Todd Coontz, a Christian preacher who gave supposedly divine financial advice through Rock Wealth International Ministries, has just been charged with tax fraud for a decade-long plot to claim personal expenses for business use.
Coontz, the author of several books on religion and business finances (including, ironically, Please Don’t Repo My Car), is accused of claiming his family’s $1.5 million condo (bought by the ministry) as a business expense. He also claimed a boat, three BMWs, two Ferraris, a Maserati, and a Land Rover, and engaged in a check-cashing scheme, according to the prosecution’s statement.
“This is a classic example of ‘Do as I say, not as I do,’ ” U.S. Attorney Jill Rose said in announcing the charges. “As a minister, Coontz preached about receiving and managing wealth, yet he failed to keep his own finances in order. Coontz will now receive a first-hand lesson in ‘rendering unto Caesar’ that which is due.”
Coontz maintains his innocence, but let’s look at the facts. The self-described “evangelist, television host, author, humanitarian, philanthropist” was indicted after a major WSOC-TV investigation revealed that he promised “financial miracles for people who sent money to his ministry.”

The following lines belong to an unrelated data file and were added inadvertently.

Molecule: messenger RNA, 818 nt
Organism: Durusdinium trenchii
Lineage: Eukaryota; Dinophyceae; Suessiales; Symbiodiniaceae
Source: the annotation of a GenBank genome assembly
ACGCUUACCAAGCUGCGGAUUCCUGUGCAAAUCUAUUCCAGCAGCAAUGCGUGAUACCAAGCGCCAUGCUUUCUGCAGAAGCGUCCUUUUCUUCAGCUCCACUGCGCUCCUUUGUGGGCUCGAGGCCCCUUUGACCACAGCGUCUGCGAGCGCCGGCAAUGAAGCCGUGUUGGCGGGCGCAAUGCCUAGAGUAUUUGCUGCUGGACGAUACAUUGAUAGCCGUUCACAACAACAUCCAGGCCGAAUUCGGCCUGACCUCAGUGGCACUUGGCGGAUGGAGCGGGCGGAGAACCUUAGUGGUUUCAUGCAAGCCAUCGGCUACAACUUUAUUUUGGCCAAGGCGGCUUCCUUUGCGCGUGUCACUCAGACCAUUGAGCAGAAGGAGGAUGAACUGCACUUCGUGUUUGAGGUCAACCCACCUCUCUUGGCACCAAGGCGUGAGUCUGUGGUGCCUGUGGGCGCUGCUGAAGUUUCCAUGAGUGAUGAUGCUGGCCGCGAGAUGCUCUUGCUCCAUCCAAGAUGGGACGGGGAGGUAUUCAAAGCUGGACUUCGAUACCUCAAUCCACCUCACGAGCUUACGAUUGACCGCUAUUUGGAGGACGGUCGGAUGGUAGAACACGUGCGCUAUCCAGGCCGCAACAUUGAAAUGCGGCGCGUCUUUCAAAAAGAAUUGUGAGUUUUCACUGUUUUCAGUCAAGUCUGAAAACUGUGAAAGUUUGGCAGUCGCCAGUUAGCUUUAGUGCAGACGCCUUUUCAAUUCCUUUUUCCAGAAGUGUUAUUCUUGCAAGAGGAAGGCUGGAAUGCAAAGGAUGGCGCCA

“You need to plant the $273 recovery seed. I’m only going to give you two to three minutes to respond,” Coontz once told his viewers.
Coontz posted videos on Twitter as recently as Wednesday, promising financial blessings to the faithful.
“Suddenly miracles are happening. I want to work with your faith for quick things, swift things,” Coontz said in the video.
Coontz’s videos have since been taken down, but his descriptions (including “Guaranteed against famine & recession proof” blessings) are still on Twitter. He mostly tweets vague platitudes, anti-abortion propaganda, and support for Donald Trump.
An attorney representing Coontz said:
Todd Coontz has always endeavored to follow the law and to be a good citizen, father and minister. He trusted others to manage his finances and taxes for him and was shocked to find out he was under criminal investigation by the IRS.
The courts will decide if Coontz is guilty or not, but the evidence certainly suggests he knew what he was doing. His prosecution actually fits the pattern perfectly, if you consider other televangelists who didn’t practice what they preached and ripped off their own followers, and there is ample evidence he misled investors and hid incoming funds.
Jesus may forgive him, but the legal system probably won’t.
(Screenshot via YouTube. Thanks to Christine for the link)